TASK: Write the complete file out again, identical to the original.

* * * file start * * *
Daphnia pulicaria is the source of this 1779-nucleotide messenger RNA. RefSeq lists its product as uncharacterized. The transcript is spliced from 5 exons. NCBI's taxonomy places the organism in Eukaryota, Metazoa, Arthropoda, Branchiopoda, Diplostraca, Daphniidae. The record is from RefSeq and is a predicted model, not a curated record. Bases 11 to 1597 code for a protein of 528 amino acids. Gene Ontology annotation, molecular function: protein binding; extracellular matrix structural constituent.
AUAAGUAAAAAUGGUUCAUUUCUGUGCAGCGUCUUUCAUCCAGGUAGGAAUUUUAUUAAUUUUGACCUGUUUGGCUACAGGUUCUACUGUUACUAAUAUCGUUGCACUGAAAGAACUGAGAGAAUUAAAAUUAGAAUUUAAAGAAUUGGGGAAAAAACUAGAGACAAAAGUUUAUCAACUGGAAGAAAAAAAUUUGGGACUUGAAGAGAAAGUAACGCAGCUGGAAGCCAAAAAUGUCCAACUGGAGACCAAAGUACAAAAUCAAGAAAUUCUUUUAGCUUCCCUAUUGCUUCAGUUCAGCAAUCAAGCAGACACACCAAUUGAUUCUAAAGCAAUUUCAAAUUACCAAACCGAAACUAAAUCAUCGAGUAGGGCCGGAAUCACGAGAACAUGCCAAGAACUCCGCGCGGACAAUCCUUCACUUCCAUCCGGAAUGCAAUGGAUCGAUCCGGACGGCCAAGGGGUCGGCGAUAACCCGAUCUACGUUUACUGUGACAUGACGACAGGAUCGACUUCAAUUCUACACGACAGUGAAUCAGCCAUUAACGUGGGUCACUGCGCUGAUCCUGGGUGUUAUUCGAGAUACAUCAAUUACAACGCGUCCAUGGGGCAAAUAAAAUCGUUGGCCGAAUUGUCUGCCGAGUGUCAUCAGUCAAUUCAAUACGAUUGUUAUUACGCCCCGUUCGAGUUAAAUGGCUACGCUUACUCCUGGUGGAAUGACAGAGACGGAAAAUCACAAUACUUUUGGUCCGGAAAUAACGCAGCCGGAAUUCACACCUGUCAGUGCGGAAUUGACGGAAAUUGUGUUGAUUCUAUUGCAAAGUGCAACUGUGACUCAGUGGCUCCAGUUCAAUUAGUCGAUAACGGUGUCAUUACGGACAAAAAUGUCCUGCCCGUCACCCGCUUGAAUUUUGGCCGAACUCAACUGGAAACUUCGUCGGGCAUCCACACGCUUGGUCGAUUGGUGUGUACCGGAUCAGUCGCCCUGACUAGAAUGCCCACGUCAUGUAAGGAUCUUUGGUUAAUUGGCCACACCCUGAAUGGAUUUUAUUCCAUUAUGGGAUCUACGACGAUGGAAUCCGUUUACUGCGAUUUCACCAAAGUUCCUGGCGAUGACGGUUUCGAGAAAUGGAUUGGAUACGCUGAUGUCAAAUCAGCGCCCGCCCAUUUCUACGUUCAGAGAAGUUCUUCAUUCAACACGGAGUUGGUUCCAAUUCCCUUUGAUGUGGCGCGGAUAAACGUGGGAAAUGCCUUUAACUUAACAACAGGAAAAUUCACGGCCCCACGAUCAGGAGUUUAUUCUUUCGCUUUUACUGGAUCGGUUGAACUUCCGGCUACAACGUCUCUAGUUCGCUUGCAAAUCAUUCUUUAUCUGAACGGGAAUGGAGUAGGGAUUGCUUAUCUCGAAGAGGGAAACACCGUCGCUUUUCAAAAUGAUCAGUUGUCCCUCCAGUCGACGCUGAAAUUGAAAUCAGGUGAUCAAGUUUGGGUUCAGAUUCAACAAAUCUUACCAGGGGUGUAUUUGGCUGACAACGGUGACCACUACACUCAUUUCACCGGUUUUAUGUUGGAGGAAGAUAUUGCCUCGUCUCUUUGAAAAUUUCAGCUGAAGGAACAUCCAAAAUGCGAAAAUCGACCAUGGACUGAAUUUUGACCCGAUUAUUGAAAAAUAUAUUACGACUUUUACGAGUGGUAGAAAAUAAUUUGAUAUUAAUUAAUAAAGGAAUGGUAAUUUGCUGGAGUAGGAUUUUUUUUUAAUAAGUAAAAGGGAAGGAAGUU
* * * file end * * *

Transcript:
Daphnia pulicaria is the source of this 1779-nucleotide messenger RNA. RefSeq lists its product as uncharacterized. The transcript is spliced from 5 exons. NCBI's taxonomy places the organism in Eukaryota, Metazoa, Arthropoda, Branchiopoda, Diplostraca, Daphniidae. The record is from RefSeq and is a predicted model, not a curated record. Bases 11 to 1597 code for a protein of 528 amino acids. Gene Ontology annotation, molecular function: protein binding; extracellular matrix structural constituent.
AUAAGUAAAAAUGGUUCAUUUCUGUGCAGCGUCUUUCAUCCAGGUAGGAAUUUUAUUAAUUUUGACCUGUUUGGCUACAGGUUCUACUGUUACUAAUAUCGUUGCACUGAAAGAACUGAGAGAAUUAAAAUUAGAAUUUAAAGAAUUGGGGAAAAAACUAGAGACAAAAGUUUAUCAACUGGAAGAAAAAAAUUUGGGACUUGAAGAGAAAGUAACGCAGCUGGAAGCCAAAAAUGUCCAACUGGAGACCAAAGUACAAAAUCAAGAAAUUCUUUUAGCUUCCCUAUUGCUUCAGUUCAGCAAUCAAGCAGACACACCAAUUGAUUCUAAAGCAAUUUCAAAUUACCAAACCGAAACUAAAUCAUCGAGUAGGGCCGGAAUCACGAGAACAUGCCAAGAACUCCGCGCGGACAAUCCUUCACUUCCAUCCGGAAUGCAAUGGAUCGAUCCGGACGGCCAAGGGGUCGGCGAUAACCCGAUCUACGUUUACUGUGACAUGACGACAGGAUCGACUUCAAUUCUACACGACAGUGAAUCAGCCAUUAACGUGGGUCACUGCGCUGAUCCUGGGUGUUAUUCGAGAUACAUCAAUUACAACGCGUCCAUGGGGCAAAUAAAAUCGUUGGCCGAAUUGUCUGCCGAGUGUCAUCAGUCAAUUCAAUACGAUUGUUAUUACGCCCCGUUCGAGUUAAAUGGCUACGCUUACUCCUGGUGGAAUGACAGAGACGGAAAAUCACAAUACUUUUGGUCCGGAAAUAACGCAGCCGGAAUUCACACCUGUCAGUGCGGAAUUGACGGAAAUUGUGUUGAUUCUAUUGCAAAGUGCAACUGUGACUCAGUGGCUCCAGUUCAAUUAGUCGAUAACGGUGUCAUUACGGACAAAAAUGUCCUGCCCGUCACCCGCUUGAAUUUUGGCCGAACUCAACUGGAAACUUCGUCGGGCAUCCACACGCUUGGUCGAUUGGUGUGUACCGGAUCAGUCGCCCUGACUAGAAUGCCCACGUCAUGUAAGGAUCUUUGGUUAAUUGGCCACACCCUGAAUGGAUUUUAUUCCAUUAUGGGAUCUACGACGAUGGAAUCCGUUUACUGCGAUUUCACCAAAGUUCCUGGCGAUGACGGUUUCGAGAAAUGGAUUGGAUACGCUGAUGUCAAAUCAGCGCCCGCCCAUUUCUACGUUCAGAGAAGUUCUUCAUUCAACACGGAGUUGGUUCCAAUUCCCUUUGAUGUGGCGCGGAUAAACGUGGGAAAUGCCUUUAACUUAACAACAGGAAAAUUCACGGCCCCACGAUCAGGAGUUUAUUCUUUCGCUUUUACUGGAUCGGUUGAACUUCCGGCUACAACGUCUCUAGUUCGCUUGCAAAUCAUUCUUUAUCUGAACGGGAAUGGAGUAGGGAUUGCUUAUCUCGAAGAGGGAAACACCGUCGCUUUUCAAAAUGAUCAGUUGUCCCUCCAGUCGACGCUGAAAUUGAAAUCAGGUGAUCAAGUUUGGGUUCAGAUUCAACAAAUCUUACCAGGGGUGUAUUUGGCUGACAACGGUGACCACUACACUCAUUUCACCGGUUUUAUGUUGGAGGAAGAUAUUGCCUCGUCUCUUUGAAAAUUUCAGCUGAAGGAACAUCCAAAAUGCGAAAAUCGACCAUGGACUGAAUUUUGACCCGAUUAUUGAAAAAUAUAUUACGACUUUUACGAGUGGUAGAAAAUAAUUUGAUAUUAAUUAAUAAAGGAAUGGUAAUUUGCUGGAGUAGGAUUUUUUUUUAAUAAGUAAAAGGGAAGGAAGUU